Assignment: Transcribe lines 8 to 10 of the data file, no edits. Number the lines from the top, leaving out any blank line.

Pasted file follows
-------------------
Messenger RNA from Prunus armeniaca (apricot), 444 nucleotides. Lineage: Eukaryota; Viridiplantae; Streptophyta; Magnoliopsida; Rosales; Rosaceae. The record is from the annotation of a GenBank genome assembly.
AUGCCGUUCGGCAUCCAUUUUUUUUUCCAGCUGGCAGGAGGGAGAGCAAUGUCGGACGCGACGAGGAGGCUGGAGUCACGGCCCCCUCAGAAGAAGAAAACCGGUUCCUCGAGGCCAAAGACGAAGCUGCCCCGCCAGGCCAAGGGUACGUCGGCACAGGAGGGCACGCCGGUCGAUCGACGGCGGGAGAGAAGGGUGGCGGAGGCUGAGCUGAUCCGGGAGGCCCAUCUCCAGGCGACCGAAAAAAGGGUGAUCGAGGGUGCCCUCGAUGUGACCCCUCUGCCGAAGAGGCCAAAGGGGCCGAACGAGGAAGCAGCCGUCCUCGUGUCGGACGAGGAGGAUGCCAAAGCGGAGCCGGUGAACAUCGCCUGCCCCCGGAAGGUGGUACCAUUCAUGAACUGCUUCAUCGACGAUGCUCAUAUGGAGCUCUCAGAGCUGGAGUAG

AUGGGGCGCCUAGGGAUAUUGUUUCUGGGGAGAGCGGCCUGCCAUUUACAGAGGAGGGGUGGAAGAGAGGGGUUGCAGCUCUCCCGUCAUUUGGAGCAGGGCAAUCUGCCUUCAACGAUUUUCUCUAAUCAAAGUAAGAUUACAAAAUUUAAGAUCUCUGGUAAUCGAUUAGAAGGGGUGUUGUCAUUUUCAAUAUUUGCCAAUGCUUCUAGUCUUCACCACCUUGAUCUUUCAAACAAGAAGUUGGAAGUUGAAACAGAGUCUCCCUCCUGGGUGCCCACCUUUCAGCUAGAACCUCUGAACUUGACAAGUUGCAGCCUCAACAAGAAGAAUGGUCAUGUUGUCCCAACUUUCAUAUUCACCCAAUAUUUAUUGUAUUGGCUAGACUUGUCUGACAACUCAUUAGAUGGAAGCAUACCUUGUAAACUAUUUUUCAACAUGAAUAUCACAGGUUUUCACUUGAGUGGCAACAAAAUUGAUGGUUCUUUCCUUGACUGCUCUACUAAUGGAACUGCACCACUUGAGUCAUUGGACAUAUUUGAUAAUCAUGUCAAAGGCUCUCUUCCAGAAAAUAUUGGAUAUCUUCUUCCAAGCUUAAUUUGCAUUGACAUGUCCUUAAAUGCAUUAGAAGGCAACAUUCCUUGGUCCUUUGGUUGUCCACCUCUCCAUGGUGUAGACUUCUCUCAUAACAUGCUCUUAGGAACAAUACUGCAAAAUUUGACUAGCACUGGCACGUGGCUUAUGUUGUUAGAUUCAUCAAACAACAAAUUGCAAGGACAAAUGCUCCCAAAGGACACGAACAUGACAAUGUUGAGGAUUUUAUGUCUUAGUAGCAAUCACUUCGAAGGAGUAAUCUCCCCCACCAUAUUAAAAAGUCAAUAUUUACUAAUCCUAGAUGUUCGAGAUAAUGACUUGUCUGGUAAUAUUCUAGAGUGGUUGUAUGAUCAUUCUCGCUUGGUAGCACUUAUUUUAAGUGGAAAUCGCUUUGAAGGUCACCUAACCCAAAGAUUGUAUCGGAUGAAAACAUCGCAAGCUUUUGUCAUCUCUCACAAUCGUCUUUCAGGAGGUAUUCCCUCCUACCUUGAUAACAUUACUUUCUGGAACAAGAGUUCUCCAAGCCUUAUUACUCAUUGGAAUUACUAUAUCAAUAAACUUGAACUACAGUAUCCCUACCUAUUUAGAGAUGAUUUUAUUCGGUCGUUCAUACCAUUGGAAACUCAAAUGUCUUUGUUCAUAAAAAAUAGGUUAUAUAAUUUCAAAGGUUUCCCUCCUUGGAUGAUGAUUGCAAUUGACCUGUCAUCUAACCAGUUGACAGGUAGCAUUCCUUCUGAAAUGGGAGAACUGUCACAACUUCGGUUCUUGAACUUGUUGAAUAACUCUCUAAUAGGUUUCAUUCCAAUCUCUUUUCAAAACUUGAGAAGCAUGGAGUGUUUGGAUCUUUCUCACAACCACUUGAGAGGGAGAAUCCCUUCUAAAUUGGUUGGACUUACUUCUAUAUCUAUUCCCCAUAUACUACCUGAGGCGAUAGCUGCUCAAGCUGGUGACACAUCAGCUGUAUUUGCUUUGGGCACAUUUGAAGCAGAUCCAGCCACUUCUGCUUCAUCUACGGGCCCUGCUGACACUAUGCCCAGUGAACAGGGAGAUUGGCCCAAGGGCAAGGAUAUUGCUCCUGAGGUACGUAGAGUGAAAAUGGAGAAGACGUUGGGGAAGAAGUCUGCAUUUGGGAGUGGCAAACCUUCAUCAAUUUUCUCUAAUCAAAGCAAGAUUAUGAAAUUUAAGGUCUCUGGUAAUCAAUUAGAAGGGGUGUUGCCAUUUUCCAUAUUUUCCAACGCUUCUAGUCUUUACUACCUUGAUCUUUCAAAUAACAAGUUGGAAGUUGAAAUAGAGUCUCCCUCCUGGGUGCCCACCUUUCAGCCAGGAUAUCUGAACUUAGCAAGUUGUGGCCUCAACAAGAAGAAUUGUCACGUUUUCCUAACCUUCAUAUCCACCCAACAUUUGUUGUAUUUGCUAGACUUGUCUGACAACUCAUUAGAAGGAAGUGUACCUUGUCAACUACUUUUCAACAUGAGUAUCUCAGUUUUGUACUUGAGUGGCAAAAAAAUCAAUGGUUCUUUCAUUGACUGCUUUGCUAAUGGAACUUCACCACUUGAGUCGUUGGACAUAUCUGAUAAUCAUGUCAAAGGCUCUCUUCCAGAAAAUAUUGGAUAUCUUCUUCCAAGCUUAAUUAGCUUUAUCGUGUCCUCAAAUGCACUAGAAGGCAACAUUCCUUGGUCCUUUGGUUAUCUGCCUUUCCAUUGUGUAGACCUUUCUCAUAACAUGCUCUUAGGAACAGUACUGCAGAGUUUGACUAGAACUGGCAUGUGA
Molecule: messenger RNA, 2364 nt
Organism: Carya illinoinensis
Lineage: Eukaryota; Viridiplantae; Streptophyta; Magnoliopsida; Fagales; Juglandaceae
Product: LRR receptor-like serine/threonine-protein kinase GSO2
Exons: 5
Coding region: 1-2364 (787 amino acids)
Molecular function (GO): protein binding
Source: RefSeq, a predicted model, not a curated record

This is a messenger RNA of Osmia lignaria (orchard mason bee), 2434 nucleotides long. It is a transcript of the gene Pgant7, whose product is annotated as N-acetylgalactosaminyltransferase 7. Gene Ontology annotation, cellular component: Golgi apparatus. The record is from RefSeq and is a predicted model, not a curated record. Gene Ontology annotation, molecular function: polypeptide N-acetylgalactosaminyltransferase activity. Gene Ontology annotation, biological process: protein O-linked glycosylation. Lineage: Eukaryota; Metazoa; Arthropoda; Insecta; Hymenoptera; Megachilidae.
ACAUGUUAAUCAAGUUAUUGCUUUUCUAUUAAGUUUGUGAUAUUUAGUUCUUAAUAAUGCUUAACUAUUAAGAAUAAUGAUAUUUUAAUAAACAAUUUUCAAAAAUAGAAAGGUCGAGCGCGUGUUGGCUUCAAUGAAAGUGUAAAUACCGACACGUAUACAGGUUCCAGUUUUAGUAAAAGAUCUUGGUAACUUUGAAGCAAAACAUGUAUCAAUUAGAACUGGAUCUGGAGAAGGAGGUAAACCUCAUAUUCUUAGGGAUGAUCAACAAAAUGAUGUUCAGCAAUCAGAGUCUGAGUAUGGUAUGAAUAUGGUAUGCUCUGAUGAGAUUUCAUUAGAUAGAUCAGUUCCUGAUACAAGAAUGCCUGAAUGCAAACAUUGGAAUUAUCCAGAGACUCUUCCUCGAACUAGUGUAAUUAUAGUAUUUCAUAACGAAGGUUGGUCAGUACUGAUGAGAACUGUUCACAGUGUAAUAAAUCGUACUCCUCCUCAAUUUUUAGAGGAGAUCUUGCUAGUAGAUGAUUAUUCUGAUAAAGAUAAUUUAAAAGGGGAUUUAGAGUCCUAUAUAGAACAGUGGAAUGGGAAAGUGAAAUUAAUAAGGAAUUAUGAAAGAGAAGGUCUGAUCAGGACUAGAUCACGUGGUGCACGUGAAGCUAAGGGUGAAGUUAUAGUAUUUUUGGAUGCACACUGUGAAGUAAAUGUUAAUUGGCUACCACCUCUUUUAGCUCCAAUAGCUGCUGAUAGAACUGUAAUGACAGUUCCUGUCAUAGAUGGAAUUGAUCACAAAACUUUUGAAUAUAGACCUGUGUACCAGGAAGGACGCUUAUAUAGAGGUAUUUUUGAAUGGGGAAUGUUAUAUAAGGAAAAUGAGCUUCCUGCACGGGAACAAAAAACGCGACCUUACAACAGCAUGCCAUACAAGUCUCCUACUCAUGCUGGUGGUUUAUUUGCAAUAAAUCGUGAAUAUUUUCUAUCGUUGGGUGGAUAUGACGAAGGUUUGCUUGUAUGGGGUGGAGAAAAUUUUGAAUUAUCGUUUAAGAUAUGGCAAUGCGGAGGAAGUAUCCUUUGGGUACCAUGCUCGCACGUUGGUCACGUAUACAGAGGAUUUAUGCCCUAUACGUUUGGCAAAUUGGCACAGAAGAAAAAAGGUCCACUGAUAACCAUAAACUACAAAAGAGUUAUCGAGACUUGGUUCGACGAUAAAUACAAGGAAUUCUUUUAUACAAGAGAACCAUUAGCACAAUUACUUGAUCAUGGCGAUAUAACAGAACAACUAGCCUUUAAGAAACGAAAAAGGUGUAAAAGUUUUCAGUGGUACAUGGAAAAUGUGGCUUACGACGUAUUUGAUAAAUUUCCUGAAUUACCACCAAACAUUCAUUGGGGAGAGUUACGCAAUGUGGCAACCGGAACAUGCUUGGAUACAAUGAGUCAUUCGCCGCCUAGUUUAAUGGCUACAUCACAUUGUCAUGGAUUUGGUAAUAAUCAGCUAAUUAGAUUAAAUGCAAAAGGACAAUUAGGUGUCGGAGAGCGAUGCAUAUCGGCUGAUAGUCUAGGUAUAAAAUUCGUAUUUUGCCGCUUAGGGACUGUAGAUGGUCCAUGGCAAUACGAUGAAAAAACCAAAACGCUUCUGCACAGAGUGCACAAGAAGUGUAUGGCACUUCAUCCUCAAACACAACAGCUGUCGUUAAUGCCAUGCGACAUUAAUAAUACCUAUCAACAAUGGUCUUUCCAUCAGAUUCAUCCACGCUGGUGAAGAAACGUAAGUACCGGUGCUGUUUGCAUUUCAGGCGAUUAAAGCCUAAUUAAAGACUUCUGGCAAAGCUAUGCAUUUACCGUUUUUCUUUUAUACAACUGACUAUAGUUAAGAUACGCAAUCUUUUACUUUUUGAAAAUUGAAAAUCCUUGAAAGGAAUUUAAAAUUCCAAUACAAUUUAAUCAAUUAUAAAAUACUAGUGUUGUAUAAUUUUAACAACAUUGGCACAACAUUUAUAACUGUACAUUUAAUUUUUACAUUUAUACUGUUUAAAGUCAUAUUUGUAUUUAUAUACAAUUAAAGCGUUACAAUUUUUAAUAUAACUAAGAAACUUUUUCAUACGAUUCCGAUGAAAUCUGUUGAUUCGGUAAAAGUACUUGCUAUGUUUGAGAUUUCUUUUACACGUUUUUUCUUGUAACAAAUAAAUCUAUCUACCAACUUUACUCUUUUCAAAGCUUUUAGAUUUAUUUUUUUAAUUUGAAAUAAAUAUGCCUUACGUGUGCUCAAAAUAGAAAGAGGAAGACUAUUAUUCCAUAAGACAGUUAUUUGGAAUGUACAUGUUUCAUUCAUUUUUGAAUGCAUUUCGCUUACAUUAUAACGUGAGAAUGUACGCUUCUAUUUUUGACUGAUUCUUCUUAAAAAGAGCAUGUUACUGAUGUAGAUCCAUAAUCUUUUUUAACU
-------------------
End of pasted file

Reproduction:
Exons: 5
Coding region: 1-2364 (787 amino acids)
Molecular function (GO): protein binding